However, when the father is applying for both contact and parental responsibility, the mother, with the help of her (often publicly funded) solicitor can choose to argue against the granting of parental responsibility, just to be difficult, knowing that parental responsibility is almost certain to be awarded. S1(2) Children Act 1989 does require the court to dispose of te PR element of the application "without undue delay".

Section 4 of the Children Act does not stipulate the criteria which a father must meet in order to be given parental responsibility but just before the Children Act came into force in 1991 the Court of Appeal decision in Re H (Illegitimate Children: Parental Rights) dealt with this matter and since then the following factors have remained central to any decision:

a) That the status of the birth father is not in dispute.

b) The degree of commitment which the father has shown towards the child (this can be illustrated by financial support, pursuing contact and keeping arrangements, present at birth, having one's name on the birth certificate, involvement in child's education etc).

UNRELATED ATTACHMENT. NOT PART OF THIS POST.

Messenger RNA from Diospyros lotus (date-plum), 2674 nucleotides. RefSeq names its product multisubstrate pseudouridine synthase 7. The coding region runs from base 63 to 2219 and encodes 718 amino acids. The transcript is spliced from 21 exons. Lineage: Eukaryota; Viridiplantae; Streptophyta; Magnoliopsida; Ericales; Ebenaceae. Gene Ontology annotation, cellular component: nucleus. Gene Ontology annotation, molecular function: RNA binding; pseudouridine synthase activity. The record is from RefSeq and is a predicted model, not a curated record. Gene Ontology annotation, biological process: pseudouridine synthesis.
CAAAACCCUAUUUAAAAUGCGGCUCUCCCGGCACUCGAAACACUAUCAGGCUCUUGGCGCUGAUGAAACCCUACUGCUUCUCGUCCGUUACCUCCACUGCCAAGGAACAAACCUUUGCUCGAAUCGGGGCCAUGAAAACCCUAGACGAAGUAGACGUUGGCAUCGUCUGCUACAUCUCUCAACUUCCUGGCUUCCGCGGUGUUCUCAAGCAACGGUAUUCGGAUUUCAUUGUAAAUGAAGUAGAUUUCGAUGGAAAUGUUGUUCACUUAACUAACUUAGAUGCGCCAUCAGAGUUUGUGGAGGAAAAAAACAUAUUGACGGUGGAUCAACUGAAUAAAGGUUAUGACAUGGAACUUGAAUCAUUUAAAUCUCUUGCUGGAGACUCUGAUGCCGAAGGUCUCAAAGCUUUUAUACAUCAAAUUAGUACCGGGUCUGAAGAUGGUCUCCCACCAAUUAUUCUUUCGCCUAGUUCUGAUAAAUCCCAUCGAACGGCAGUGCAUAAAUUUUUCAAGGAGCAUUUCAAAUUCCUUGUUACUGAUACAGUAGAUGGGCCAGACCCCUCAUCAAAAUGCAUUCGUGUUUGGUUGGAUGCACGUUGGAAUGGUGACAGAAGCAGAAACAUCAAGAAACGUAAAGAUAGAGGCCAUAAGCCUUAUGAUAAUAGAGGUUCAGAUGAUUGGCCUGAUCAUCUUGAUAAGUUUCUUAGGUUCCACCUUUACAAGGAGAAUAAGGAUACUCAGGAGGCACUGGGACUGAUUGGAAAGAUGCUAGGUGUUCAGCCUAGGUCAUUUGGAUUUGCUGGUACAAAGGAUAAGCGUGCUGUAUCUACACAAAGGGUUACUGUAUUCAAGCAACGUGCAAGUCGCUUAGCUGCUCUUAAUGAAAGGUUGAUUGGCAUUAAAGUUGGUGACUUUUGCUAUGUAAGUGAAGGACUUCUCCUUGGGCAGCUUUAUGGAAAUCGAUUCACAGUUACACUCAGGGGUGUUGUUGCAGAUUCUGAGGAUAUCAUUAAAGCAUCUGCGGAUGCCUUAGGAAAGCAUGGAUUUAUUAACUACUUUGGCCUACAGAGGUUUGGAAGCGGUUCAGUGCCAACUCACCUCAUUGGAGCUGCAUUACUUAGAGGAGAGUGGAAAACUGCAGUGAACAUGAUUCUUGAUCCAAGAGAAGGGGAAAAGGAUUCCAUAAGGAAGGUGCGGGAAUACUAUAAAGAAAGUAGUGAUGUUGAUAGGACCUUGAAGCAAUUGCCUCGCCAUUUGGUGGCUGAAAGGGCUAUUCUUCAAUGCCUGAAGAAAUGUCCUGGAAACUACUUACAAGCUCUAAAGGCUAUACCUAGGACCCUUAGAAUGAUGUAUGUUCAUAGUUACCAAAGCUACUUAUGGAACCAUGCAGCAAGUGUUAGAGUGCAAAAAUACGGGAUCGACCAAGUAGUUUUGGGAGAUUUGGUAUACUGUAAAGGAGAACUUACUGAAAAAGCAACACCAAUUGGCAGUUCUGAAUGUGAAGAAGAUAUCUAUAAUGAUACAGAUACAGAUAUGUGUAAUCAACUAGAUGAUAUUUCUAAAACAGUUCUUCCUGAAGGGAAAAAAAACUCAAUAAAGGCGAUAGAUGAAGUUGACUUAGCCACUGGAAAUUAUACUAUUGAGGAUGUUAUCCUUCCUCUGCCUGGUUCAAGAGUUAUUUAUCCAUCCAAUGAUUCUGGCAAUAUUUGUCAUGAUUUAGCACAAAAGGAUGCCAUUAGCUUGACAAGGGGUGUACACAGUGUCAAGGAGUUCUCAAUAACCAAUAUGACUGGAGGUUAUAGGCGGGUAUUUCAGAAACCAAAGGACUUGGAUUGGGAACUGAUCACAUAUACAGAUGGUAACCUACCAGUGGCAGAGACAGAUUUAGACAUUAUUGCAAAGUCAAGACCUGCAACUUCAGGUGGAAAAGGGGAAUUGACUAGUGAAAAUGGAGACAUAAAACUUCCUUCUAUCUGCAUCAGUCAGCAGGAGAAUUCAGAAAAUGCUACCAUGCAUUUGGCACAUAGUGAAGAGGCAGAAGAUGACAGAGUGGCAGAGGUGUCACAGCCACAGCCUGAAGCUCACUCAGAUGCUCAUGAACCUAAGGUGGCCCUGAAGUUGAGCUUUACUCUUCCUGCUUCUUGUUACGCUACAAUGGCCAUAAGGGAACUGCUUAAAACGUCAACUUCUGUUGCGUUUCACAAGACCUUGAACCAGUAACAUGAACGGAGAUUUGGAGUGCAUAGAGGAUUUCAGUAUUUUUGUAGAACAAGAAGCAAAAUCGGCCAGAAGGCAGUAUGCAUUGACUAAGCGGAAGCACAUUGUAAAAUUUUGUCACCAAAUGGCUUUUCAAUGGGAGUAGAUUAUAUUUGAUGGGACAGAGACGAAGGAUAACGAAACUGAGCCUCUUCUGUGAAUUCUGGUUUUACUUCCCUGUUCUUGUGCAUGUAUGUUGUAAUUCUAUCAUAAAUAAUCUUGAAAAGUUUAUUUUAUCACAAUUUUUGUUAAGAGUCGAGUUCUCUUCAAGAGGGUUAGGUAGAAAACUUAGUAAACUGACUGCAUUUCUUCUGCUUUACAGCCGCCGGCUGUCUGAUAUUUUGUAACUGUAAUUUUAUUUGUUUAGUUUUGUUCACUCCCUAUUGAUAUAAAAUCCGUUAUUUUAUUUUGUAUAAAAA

c) The degree of attachment existing between the father and the child (naturally a father of a very young child may have had less opportunity to develop this).

d) The reasons for the father's application (to weed out applications made solely to be obstructive or disruptive since the overwhelming number of applications will be made for genuine motives).

e) Any other relevant factors.

How can parental responsibility be obtained by a residence order?

The parental responsibility order goes hand in hand with the residence order, so if the residence order is discharged (as they sometimes are, especially with shared residence orders) then the parental responsibility order will also be terminated. You would have notice of any application to have the residence order discharged or varied to one of sole residence to the mother, and therefore would have an opportunity to apply for a parental responsibility order – though a separate application would surely be unnecessary in the proceedings. In any event, under Family Proceeding Rule 4.4 and FPCR 4 an application can be made by way of statement.